Division of Molecular Genetic Epidemiology, German Cancer Research Center (DKFZ), Im Neuenheimer Feld 580, D-69120 Heidelberg, Germany.
Background: Old age at diagnosis is associated with poor survival in colorectal cancer (CRC) for unknown reasons. Recent data show that colonoscopy is efficient in preventing left-sided cancers only. We examine the association of Tumor Node Metastasis (TNM) classes with diagnostic age and patient characteristics.
Methods: The Swedish Family-Cancer Database has data on TNM classes on 6,105 CRC adenocarcinoma patients. Ordinal logistic regression analysis was performed to model tumor characteristics according to age at diagnosis, tumor localization, gender, socioeconomic status, medical region and family history. The results were compared to results from survival analysis.
Results: The only parameters systematically associated with TNM classes were age and tumor localization. Young age at diagnosis was a risk factor for aggressive CRC, according to stage, N and M with odds ratios (ORs) ranging from 1.80 to 1.93 for diagnosis before age 50 years compared to diagnosis at 80+ years. All tumor characteristics, particularly T, were worse for colon compared to rectal tumors. Right-sided tumors showed worse characteristics for all classifiers but M. The survival analysis on patients diagnosed since 2000 showed a hazard ratio of 0.55 for diagnosis before age 50 years compared to diagnosis at over 80 years and a modestly better prognosis for left-sided compared to right-sided tumors.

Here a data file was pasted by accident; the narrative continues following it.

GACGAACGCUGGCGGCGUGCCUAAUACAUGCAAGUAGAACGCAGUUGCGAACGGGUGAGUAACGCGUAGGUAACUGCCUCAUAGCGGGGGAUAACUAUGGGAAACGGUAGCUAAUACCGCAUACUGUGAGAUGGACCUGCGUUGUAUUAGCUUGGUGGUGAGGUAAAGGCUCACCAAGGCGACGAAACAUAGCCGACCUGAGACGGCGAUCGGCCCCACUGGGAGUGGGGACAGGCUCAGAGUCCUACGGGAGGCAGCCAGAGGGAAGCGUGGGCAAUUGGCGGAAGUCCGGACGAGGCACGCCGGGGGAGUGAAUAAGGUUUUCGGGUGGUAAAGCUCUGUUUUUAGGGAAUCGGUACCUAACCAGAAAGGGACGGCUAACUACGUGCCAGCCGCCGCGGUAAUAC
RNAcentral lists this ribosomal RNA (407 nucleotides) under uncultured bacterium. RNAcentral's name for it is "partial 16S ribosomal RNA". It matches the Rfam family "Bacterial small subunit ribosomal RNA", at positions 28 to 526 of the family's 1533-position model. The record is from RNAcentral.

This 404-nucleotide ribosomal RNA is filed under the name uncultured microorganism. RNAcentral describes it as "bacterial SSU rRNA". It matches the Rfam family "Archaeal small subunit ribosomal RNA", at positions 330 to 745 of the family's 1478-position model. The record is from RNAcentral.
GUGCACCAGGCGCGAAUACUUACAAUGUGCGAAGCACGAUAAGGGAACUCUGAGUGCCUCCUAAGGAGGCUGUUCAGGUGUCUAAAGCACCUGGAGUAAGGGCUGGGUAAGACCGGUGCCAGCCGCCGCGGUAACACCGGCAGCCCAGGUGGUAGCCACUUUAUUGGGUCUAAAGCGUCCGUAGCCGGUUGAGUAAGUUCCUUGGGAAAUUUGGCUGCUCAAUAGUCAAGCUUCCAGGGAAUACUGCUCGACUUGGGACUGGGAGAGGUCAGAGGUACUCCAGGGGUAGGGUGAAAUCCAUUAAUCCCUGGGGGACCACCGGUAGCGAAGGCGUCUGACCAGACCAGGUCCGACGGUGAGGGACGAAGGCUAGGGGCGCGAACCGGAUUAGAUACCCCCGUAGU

Conclusions: The results showed systematically more aggressive tumors in young compared to old patients. The poorer survival of old patients in colon cancer was not related to the available tumor characteristics. However, these partially agreed with the limited colonoscopic success with right-sided tumors.